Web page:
Skyrail or Train Trenches with The Lot?
Feb 29, 2016 — Skyrail Objectors
Many "sky rail" objectors have emerged along the Caulfield to Dandenong corridor, and they have the public support of their local Liberal party MPs. They're worried about the visual impact of "sky rail". They're worried about shadowing and overlooking. They're worried about "sky rail" being inappropriate for the area.
The objectors' preferred alternative is to put the rail under the road "as promised".
Rail Under Road
The Labor party made no such promise. But the Liberal party did.
In March 2014, the Liberal government received an "unsolicited proposal" from Rail Transformation Consortium - backed by Hong Kong's MTR, the parent of Metro Trains Melbourne - to remove 4 level crossings (Murrumbeena Road, Koornang Road, Clayton Road and Centre Road), to rebuild 3 stations (Clayton, Murrumbeena and Carnegie), and to make various other improvements, for a price-tag of $2.5 billion.
Through July-August 2014, the Liberal government consulted with the community on their proposal to put the rail under the road at 4 locations and to rebuild 3 stations. Up to this point, the community accepted that they were going to get level crossings removed using "rail under road" techniques (Train Trenches).
Why would RTC/MTR make such an offer, and what did they stand to gain?
They proposed to undertake the rail improvements, and to become the operator of the rail line, for a nominal fee of $360 million per year, for 15 years ($5.2 billion nominal).
Additionally, they brought with them an established pattern of undertaking intensive property development adjacent to the rail lines that they operated. Even though it wasn't widely publicised, the Liberal government had the same idea in mind when they entered into negotiations with RTC/MTR for the Caulfield to Dandenong corridor.
Then Minister for Public Transport, Mr Terry Mulder, stated in PAEC May 2014:
"we believed that we could utilise railway land that basically had no future use for public transport purposes — usually dirty, untidy, unkempt"
"We believed we had a great opportunity to capitalise on the use of that underutilised land"
"we are going to use railway station land that has been underutilised in the past"
"That is what we are talking about in relation to the Cranbourne-Pakenham-Dandenong corridor. We want to make sure in the work we undertake as part of the development of the new stations and in the work we undertake in relation to grade separations that we do not rule out the possibility that we could gain significant development rights going forward."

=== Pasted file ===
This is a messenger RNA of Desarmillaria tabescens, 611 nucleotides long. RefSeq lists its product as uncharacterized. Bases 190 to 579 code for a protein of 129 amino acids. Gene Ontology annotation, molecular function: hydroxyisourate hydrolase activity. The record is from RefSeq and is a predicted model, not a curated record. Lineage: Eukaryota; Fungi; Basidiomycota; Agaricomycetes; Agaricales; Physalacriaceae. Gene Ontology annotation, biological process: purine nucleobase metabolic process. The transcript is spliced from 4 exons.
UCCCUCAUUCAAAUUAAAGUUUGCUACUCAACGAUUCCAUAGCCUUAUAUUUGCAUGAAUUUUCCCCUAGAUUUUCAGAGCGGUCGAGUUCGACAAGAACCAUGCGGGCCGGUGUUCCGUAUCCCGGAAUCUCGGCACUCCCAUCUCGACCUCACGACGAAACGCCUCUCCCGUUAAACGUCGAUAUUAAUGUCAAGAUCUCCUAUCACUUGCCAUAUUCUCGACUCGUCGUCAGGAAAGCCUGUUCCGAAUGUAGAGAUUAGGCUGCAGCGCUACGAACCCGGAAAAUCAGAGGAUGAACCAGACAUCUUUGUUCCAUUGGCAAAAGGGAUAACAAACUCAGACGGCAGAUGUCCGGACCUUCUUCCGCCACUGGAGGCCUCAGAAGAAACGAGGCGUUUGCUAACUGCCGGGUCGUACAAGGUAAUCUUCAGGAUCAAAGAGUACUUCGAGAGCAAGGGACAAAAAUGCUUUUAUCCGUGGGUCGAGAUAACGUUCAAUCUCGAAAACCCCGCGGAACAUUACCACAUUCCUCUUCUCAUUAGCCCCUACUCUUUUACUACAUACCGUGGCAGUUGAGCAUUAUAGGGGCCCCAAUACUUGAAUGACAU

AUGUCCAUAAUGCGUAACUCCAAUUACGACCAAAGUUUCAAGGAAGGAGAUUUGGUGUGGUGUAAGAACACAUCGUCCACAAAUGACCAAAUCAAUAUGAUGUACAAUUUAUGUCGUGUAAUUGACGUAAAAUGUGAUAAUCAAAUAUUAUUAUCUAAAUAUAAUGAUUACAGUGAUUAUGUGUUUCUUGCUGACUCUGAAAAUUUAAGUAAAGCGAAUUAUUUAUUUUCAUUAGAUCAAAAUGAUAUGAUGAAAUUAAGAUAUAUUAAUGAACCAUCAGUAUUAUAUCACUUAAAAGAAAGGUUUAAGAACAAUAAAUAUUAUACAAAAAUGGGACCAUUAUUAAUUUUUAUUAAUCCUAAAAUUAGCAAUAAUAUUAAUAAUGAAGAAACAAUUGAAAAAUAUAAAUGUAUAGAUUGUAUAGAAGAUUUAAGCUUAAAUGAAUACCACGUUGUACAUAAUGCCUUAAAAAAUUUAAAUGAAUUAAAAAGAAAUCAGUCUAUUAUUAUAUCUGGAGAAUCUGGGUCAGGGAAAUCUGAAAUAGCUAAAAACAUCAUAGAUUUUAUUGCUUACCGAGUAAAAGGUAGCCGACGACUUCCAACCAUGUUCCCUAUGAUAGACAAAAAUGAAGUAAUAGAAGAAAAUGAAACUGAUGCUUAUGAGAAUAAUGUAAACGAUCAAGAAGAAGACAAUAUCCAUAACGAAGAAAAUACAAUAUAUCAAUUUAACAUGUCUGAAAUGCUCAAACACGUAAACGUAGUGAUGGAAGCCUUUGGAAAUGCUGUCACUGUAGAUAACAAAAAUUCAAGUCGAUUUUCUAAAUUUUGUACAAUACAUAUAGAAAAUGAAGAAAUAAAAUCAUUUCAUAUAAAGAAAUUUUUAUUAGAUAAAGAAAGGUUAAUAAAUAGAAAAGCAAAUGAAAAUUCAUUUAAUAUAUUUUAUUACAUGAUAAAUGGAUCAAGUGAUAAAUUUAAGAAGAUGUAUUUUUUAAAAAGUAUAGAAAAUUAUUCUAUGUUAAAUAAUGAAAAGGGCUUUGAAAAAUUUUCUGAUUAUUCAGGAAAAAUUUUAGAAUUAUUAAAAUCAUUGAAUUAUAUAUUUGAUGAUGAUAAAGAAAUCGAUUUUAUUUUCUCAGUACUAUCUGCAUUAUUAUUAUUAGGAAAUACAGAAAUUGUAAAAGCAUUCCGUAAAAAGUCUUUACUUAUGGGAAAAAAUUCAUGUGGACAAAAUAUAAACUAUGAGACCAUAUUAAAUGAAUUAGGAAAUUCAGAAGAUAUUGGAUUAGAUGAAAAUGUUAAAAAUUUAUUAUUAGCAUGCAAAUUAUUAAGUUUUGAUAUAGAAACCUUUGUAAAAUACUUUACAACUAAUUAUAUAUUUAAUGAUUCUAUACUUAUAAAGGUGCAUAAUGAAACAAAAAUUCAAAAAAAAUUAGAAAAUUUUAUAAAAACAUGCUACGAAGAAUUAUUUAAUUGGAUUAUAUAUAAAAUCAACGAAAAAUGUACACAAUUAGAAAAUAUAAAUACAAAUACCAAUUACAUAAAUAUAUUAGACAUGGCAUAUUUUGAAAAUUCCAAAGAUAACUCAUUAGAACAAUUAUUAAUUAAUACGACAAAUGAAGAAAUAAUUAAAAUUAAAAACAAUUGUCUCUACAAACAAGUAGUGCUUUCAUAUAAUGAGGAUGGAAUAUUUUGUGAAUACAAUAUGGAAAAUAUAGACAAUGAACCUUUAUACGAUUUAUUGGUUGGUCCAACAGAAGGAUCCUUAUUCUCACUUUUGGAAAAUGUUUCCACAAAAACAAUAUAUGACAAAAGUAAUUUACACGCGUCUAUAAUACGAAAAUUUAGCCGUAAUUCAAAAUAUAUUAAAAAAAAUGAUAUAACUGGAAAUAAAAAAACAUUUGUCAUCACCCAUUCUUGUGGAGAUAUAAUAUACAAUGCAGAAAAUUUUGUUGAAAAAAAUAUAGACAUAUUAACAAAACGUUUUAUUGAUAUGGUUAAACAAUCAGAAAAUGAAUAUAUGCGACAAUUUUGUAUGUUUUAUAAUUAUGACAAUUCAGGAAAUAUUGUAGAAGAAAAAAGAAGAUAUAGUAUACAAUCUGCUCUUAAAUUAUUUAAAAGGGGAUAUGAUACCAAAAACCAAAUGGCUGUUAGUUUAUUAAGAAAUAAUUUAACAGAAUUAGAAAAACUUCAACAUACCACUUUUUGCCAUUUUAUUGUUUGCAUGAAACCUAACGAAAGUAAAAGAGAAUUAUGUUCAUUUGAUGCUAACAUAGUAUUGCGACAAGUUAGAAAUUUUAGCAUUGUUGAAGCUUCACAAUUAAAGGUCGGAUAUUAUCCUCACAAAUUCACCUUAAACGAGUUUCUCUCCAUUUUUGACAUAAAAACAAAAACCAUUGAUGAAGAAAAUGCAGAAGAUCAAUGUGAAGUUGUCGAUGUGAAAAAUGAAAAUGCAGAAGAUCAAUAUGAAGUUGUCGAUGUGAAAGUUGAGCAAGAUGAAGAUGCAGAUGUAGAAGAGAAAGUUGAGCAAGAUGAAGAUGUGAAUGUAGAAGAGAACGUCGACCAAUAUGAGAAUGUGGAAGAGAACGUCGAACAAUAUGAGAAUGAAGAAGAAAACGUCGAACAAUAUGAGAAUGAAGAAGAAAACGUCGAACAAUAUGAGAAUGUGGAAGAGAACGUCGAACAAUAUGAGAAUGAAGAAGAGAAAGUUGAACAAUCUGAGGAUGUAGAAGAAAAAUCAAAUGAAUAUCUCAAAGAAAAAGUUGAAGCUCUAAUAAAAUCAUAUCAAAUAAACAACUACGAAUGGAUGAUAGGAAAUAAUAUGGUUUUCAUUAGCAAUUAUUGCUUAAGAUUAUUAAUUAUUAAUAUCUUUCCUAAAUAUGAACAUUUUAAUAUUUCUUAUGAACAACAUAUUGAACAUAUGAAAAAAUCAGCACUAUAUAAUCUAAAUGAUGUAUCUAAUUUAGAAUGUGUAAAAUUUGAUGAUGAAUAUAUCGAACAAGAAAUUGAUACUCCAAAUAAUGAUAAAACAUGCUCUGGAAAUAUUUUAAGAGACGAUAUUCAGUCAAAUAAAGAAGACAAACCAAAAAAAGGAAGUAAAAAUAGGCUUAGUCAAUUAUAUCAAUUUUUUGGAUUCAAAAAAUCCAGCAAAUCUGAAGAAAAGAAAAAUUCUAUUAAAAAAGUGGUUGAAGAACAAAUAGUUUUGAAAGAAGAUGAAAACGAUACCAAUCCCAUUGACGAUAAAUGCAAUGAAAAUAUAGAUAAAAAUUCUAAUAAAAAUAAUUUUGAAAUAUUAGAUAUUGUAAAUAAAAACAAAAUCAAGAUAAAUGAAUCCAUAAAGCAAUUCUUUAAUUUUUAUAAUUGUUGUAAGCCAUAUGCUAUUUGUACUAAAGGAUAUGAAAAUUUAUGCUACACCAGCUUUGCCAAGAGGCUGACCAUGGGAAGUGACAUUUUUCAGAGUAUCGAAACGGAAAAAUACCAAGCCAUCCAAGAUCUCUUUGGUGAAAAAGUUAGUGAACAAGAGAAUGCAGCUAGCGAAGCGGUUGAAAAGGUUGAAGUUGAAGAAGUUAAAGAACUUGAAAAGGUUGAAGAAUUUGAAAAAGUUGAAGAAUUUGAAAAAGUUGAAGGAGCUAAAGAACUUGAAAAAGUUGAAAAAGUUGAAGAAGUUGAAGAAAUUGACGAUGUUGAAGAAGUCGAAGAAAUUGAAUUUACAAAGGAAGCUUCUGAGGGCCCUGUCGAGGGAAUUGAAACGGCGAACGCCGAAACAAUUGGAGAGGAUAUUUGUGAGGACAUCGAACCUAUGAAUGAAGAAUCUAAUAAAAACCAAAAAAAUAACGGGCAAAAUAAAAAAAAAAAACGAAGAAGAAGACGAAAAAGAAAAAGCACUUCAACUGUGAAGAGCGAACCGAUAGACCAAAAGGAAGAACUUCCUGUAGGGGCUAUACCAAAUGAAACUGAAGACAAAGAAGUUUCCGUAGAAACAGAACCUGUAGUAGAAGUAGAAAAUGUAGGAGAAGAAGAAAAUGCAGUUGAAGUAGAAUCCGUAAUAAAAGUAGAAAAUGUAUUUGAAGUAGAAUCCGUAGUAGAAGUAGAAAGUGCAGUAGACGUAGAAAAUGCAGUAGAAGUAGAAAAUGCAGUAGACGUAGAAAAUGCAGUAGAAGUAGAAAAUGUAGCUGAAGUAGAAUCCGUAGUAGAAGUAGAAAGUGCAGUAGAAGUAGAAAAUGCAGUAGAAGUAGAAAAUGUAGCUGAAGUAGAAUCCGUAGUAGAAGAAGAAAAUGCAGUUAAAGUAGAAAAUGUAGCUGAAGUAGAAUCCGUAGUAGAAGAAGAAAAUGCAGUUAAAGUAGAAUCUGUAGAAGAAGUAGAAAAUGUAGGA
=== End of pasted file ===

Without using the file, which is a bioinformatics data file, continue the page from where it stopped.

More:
"I believed the projects had fantastic opportunities for improvements to the railway station precincts, had great development opportunities and were a way in which we could generate income to put back into the public transport network"
"we just want to make sure we can develop these stations, look at these grade separations and ensure that they take into consideration our opportunity to further explore use of our existing land bank"
Suddenly, the RTC/MTR proposal for rail improvements looked more like a #SkyHigh property development proposal. Based on their history in Hong Kong, RTC/MTR would have suggested including intensive high rise commercial and apartment development around stations and along the rail corridor.
In PAEC May 2014, Shadow Minister Mr Martin Pakula, addressed Mr Mulder:
"You talk about the development community being excited and generating income and all these future opportunities, but I am sure the communities around places like Murrumbeena, Clayton and Carnegie would like to know what kinds of developments they are likely to face as a consequence of the deal you have done.
Are you going to put in place height limits or development restrictions as part of this arrangement, or is that all just in the ether for a conversation at a future time?"
The answer came in October 2014, when then Planning Minister, Mr Matthew Guy, prepared an "intervention", giving himself absolute discretion over planning controls for the Dandenong-Pakenham-Cranbourne rail corridor.
This paved the way for the Liberal government to approve any and all development along the rail corridor, with no requirement to consult or notify, and no avenue for appeal.
Train Trenches with The Lot
I wonder how many "no sky rail" objectors are aware that the alternative Liberal government "rail under road" level crossing removal project, was actually more like a "big fat burger with the lot":
- That it would have given them intensive commercial and apartment development around stations and along the rail corridor;
- That it would have delivered visual intrusion, shadowing and overlooking issues;
- That it would potentially have given their suburbs a whole swathe of development that was highly inappropriate for the area.
Both of Melbourne's major newspapers carried this story in 2014. I wonder if those who have aligned themselves with "no sky rail" Liberal party members have forgotten?
The final word goes to Mr Terry Mulder, former Minister for Public Transport:
"You can understand people who want to buy into these projects that are very close to railway stations. They want to come home at 6 o’clock at night, step off a train, be greeted by PSOs and walk through the forecourt into a residential development, perhaps with some retail."
(PAEC May 2014)
If you though the former Liberal government's plan for "rail under road" was better than "sky rail", think again. The Liberal members supporting the "no sky rail" campaign are being disingenuous, because their alternative Train Trench plan would have been worse, bringing ugly intrusive #SkyHigh developments to YOUR suburbs.
Yet another reason to say #NoTrainTrenches
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